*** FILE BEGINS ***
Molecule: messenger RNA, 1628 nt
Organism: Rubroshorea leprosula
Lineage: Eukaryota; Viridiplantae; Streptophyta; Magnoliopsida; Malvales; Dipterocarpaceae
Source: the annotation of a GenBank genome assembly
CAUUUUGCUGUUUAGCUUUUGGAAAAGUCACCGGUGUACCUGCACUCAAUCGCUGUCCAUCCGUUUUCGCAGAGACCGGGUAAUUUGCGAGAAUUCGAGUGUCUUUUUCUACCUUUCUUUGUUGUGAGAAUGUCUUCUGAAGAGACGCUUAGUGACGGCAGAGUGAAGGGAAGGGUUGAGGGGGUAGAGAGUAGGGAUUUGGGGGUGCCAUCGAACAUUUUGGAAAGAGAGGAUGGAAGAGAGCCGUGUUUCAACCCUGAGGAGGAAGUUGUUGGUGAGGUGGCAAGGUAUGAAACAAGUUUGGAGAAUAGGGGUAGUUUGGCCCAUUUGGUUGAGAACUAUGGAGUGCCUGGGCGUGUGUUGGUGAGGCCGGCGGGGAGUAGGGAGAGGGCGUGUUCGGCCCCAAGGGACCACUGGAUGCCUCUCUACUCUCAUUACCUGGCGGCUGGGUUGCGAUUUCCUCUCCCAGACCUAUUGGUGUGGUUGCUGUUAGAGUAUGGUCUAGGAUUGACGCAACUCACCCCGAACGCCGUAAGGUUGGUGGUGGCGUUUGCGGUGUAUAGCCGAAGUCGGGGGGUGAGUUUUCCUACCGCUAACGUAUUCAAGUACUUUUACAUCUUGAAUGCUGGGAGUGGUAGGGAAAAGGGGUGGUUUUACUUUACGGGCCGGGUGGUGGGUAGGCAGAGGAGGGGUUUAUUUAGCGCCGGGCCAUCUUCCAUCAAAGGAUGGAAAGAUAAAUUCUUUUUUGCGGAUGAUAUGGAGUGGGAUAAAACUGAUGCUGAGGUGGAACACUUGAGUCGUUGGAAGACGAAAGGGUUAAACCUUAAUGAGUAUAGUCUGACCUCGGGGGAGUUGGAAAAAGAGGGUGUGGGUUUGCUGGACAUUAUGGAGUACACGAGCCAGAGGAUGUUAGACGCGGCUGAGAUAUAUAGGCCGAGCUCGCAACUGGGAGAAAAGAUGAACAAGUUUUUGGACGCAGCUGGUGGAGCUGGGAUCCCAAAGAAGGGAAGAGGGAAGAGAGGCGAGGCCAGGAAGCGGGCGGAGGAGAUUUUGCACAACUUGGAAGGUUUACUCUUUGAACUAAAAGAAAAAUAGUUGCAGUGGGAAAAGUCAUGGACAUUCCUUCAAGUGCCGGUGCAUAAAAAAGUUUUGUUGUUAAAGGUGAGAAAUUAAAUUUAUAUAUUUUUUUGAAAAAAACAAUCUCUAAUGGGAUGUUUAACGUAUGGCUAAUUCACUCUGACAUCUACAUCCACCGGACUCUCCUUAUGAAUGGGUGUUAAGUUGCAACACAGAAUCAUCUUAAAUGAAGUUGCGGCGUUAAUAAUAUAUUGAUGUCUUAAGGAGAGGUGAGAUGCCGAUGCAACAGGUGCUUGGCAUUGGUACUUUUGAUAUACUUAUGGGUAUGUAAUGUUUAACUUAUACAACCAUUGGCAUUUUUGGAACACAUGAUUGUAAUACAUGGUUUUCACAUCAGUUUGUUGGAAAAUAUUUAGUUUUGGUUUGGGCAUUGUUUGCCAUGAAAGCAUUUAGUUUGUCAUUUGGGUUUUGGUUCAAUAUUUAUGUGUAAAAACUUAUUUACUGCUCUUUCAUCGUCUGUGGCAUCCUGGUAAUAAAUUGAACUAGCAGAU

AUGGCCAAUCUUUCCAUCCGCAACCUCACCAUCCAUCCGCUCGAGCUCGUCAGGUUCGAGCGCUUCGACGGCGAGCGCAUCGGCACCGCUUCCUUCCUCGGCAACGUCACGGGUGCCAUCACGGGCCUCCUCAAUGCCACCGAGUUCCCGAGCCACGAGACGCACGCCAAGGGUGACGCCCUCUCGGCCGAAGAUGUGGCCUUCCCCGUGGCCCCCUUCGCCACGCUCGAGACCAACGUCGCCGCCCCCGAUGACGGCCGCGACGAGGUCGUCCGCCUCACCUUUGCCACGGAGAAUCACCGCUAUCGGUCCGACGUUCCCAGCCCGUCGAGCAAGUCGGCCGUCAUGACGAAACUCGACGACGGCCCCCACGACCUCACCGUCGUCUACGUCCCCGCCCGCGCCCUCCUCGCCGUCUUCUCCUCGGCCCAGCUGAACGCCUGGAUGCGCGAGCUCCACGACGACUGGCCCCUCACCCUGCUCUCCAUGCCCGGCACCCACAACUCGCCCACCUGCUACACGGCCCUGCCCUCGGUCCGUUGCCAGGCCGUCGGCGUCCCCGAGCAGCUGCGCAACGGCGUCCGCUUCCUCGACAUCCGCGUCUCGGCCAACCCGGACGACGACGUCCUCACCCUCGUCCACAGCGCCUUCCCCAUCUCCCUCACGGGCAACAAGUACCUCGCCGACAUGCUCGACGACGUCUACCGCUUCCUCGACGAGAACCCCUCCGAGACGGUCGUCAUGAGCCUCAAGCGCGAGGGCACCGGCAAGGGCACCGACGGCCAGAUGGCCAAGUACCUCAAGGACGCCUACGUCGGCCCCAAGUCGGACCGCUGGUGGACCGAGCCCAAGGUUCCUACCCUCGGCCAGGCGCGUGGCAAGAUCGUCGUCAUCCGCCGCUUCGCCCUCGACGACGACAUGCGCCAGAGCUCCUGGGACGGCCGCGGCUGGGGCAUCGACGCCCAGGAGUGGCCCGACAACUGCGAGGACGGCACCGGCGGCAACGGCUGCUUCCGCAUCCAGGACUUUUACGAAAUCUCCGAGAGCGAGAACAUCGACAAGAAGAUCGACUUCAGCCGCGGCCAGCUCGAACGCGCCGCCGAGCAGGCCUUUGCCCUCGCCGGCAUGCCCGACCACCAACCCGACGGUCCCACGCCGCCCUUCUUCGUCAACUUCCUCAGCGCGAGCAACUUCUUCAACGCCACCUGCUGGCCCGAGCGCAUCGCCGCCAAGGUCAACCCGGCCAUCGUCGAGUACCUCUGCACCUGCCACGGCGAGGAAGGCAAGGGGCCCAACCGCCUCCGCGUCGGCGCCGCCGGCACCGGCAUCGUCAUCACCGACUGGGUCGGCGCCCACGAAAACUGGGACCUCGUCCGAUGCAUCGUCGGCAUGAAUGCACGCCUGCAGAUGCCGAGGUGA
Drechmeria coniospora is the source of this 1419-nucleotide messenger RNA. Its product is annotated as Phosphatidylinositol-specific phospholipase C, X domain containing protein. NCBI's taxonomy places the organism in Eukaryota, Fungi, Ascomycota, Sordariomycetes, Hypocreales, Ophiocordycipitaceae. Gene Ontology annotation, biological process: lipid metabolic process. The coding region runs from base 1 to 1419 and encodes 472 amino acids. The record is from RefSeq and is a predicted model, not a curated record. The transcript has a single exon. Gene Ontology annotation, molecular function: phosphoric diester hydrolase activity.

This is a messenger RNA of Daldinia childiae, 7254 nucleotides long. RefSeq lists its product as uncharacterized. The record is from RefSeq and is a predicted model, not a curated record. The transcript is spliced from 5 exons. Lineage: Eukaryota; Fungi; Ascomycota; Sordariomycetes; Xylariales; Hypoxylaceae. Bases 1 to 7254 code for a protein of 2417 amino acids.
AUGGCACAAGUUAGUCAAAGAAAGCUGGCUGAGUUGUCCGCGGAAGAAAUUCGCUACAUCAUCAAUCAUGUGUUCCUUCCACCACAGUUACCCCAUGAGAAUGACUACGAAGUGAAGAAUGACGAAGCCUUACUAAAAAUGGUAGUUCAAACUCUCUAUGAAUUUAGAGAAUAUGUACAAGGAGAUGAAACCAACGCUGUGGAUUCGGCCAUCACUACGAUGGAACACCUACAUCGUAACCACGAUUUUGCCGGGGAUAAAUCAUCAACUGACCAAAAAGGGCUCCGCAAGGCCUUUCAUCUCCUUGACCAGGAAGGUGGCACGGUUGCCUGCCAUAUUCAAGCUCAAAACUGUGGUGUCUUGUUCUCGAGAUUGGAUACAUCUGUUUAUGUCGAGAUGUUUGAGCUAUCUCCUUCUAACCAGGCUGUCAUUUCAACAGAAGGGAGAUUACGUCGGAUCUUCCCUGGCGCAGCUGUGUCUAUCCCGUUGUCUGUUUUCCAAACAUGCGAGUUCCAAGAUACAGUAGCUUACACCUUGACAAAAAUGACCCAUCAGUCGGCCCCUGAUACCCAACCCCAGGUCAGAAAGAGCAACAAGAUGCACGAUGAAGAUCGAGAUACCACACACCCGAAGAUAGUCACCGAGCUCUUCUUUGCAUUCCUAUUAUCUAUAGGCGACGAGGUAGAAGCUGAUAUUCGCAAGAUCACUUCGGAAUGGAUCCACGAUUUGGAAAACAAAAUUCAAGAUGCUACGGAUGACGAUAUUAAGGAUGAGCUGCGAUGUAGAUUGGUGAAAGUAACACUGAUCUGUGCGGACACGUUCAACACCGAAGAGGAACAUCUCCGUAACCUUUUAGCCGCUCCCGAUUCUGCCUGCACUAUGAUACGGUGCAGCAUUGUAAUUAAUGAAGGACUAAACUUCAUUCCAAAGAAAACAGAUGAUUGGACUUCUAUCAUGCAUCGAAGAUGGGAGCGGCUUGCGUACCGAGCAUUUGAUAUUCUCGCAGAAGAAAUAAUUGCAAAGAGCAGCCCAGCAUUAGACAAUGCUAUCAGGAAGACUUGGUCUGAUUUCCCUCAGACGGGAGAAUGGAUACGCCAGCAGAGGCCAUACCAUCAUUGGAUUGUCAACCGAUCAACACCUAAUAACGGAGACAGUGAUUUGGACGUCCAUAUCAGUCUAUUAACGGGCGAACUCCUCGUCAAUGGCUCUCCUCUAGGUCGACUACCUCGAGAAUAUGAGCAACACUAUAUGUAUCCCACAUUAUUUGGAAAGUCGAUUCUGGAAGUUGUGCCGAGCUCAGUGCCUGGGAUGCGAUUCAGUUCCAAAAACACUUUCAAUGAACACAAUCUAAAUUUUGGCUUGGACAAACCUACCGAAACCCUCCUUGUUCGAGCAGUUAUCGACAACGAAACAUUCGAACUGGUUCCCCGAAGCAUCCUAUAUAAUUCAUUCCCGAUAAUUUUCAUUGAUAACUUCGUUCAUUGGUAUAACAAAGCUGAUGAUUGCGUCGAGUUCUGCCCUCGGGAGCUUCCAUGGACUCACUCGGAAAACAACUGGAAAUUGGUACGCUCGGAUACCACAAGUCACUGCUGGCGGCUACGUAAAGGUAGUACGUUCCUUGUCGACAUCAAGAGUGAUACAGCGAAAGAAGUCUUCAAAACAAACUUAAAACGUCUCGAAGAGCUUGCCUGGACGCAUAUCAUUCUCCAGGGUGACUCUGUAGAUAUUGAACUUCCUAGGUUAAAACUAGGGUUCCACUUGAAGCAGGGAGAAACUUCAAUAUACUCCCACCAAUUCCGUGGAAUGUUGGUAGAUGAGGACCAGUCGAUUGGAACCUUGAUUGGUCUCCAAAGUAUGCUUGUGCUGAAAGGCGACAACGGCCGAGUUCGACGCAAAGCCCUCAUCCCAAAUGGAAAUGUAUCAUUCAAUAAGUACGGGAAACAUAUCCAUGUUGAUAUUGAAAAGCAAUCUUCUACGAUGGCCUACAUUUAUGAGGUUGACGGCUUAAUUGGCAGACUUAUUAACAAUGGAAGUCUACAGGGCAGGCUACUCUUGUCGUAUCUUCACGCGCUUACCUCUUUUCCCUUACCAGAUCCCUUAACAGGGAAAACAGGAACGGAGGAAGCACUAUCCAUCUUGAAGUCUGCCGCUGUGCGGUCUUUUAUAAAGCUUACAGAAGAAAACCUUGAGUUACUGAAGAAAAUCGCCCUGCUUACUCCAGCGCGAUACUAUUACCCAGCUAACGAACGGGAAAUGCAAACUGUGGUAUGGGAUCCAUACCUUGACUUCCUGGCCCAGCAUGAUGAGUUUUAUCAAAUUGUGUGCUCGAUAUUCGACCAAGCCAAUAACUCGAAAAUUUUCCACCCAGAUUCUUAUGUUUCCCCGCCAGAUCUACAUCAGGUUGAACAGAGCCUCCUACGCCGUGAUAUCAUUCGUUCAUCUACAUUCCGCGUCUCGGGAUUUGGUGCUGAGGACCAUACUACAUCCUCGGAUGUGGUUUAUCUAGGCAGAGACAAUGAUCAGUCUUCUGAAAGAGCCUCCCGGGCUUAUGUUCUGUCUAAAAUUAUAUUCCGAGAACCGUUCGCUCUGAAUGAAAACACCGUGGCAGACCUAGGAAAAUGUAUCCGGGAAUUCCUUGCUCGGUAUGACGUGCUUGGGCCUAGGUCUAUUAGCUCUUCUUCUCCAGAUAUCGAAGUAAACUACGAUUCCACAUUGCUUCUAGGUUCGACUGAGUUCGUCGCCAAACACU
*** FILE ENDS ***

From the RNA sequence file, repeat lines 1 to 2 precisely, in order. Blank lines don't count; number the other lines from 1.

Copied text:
Molecule: messenger RNA, 1628 nt
Organism: Rubroshorea leprosula